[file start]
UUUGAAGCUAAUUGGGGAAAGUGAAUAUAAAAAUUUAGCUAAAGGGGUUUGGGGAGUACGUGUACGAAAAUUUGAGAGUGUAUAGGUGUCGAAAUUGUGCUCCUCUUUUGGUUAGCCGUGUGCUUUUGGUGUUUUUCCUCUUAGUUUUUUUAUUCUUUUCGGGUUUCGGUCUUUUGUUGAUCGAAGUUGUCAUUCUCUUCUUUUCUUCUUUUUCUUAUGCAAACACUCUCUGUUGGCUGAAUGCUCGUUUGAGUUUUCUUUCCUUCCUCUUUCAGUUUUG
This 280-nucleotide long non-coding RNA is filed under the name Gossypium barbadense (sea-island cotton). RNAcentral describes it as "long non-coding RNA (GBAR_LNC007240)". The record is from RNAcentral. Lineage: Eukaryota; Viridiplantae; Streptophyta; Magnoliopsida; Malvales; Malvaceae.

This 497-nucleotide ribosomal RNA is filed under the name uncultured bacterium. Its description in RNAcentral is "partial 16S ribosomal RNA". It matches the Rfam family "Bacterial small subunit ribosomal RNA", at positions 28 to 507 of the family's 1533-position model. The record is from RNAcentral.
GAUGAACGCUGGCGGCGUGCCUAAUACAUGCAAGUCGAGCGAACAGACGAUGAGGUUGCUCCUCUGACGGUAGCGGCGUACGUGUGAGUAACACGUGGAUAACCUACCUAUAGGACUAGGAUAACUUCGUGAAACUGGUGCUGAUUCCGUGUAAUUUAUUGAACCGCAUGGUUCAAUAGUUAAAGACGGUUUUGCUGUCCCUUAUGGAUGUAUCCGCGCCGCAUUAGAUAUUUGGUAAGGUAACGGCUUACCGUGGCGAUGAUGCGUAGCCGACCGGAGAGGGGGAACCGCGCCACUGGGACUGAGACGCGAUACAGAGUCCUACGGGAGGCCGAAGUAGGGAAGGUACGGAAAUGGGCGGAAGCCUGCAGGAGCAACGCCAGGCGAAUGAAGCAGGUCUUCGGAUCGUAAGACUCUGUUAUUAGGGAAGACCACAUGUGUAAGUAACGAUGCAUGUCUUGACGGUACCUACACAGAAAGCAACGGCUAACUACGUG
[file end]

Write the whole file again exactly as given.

UUUGAAGCUAAUUGGGGAAAGUGAAUAUAAAAAUUUAGCUAAAGGGGUUUGGGGAGUACGUGUACGAAAAUUUGAGAGUGUAUAGGUGUCGAAAUUGUGCUCCUCUUUUGGUUAGCCGUGUGCUUUUGGUGUUUUUCCUCUUAGUUUUUUUAUUCUUUUCGGGUUUCGGUCUUUUGUUGAUCGAAGUUGUCAUUCUCUUCUUUUCUUCUUUUUCUUAUGCAAACACUCUCUGUUGGCUGAAUGCUCGUUUGAGUUUUCUUUCCUUCCUCUUUCAGUUUUG
This 280-nucleotide long non-coding RNA is filed under the name Gossypium barbadense (sea-island cotton). RNAcentral describes it as "long non-coding RNA (GBAR_LNC007240)". The record is from RNAcentral. Lineage: Eukaryota; Viridiplantae; Streptophyta; Magnoliopsida; Malvales; Malvaceae.

This 497-nucleotide ribosomal RNA is filed under the name uncultured bacterium. Its description in RNAcentral is "partial 16S ribosomal RNA". It matches the Rfam family "Bacterial small subunit ribosomal RNA", at positions 28 to 507 of the family's 1533-position model. The record is from RNAcentral.
GAUGAACGCUGGCGGCGUGCCUAAUACAUGCAAGUCGAGCGAACAGACGAUGAGGUUGCUCCUCUGACGGUAGCGGCGUACGUGUGAGUAACACGUGGAUAACCUACCUAUAGGACUAGGAUAACUUCGUGAAACUGGUGCUGAUUCCGUGUAAUUUAUUGAACCGCAUGGUUCAAUAGUUAAAGACGGUUUUGCUGUCCCUUAUGGAUGUAUCCGCGCCGCAUUAGAUAUUUGGUAAGGUAACGGCUUACCGUGGCGAUGAUGCGUAGCCGACCGGAGAGGGGGAACCGCGCCACUGGGACUGAGACGCGAUACAGAGUCCUACGGGAGGCCGAAGUAGGGAAGGUACGGAAAUGGGCGGAAGCCUGCAGGAGCAACGCCAGGCGAAUGAAGCAGGUCUUCGGAUCGUAAGACUCUGUUAUUAGGGAAGACCACAUGUGUAAGUAACGAUGCAUGUCUUGACGGUACCUACACAGAAAGCAACGGCUAACUACGUG